Finding North is a title so perfect it doesn't fully sink in until after you've finished watching the film. The documentary by filmmakers Kristi Jacobson and Lori Silverbush doesn't allude to it at any point during its 84 minutes (except in song lyrics during the opening credits), but it provides a powerful paradigm for the rest of the film: quite simply, any country whose citizens go hungry while there is enough food has lost its direction and must get back on course.
This week's shiny golden douchebag statuette goes to Robert
Rector of the Heritage Foundation. A recent article published in The New York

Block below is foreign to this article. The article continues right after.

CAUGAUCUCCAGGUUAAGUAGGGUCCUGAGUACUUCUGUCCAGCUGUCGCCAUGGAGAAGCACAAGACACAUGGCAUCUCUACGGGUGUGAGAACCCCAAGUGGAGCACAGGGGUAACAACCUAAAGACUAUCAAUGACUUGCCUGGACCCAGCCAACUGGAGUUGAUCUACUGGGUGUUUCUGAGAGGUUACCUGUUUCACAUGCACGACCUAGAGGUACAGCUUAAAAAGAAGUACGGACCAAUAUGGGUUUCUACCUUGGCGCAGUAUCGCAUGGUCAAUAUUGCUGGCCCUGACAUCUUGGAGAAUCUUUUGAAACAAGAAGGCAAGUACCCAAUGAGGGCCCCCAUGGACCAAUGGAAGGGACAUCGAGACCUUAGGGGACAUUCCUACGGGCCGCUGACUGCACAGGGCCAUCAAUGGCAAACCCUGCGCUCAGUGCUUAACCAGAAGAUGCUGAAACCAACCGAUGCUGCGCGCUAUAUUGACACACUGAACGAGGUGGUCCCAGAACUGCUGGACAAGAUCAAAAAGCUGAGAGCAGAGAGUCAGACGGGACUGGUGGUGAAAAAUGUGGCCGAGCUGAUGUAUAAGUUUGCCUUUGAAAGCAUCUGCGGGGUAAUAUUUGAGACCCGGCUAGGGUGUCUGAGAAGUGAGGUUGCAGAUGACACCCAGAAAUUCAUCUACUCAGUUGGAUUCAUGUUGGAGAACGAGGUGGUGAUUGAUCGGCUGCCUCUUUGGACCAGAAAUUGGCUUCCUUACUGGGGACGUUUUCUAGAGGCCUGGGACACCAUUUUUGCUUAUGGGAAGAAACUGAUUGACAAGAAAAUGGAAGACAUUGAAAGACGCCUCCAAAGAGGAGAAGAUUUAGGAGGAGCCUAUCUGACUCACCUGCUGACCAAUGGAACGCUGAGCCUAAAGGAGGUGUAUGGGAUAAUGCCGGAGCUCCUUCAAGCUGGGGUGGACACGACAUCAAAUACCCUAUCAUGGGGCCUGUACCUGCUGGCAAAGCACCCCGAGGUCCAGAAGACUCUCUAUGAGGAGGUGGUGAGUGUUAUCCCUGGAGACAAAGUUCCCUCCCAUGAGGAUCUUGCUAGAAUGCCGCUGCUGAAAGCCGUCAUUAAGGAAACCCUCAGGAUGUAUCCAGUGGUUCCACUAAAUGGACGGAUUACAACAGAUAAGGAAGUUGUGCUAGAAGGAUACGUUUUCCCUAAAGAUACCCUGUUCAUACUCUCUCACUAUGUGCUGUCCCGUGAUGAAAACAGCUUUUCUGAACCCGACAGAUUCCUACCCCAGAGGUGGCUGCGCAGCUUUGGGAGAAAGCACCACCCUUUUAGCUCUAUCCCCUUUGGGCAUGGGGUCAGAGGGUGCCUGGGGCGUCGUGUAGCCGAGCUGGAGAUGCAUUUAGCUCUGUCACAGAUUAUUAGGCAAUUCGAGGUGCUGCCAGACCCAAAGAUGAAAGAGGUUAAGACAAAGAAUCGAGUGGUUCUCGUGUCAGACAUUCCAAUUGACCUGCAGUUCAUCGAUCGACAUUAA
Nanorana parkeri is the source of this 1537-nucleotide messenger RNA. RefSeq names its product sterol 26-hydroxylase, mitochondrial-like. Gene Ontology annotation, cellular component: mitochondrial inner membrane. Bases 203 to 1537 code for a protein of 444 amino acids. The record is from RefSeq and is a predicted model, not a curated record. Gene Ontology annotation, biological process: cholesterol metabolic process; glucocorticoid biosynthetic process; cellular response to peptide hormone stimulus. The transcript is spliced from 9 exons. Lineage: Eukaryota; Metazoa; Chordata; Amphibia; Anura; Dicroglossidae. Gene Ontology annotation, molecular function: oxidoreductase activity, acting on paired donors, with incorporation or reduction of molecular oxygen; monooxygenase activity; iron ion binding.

Times reported that the number of people living in households lacking
consistent access to adequate food his risen to 49 million Americans. In the 14
years that the Department of Agriculture has been collecting these statistics,
these are the highest ever.
A bit more data from the survey to put this in perspective:
of those 49 million, one third of respondents reported that they are "outright
hungry" meaning they experience frequent hunger pains, are forced to skip meals
or reduce portion sizes.
The households facing the most dramatic food shortages are
usually headed by single mothers. In the last year, the numbers of households
reporting severe food insecurity that also contain children has swelled by
almost 200,000 to top out at 506,000. Of those 506,000 households, 37% were
headed by single mothers as opposed to 14% that reported married, two-parent
Now this is where the d-bag factor increases exponentially
in relation to the food insecurity data.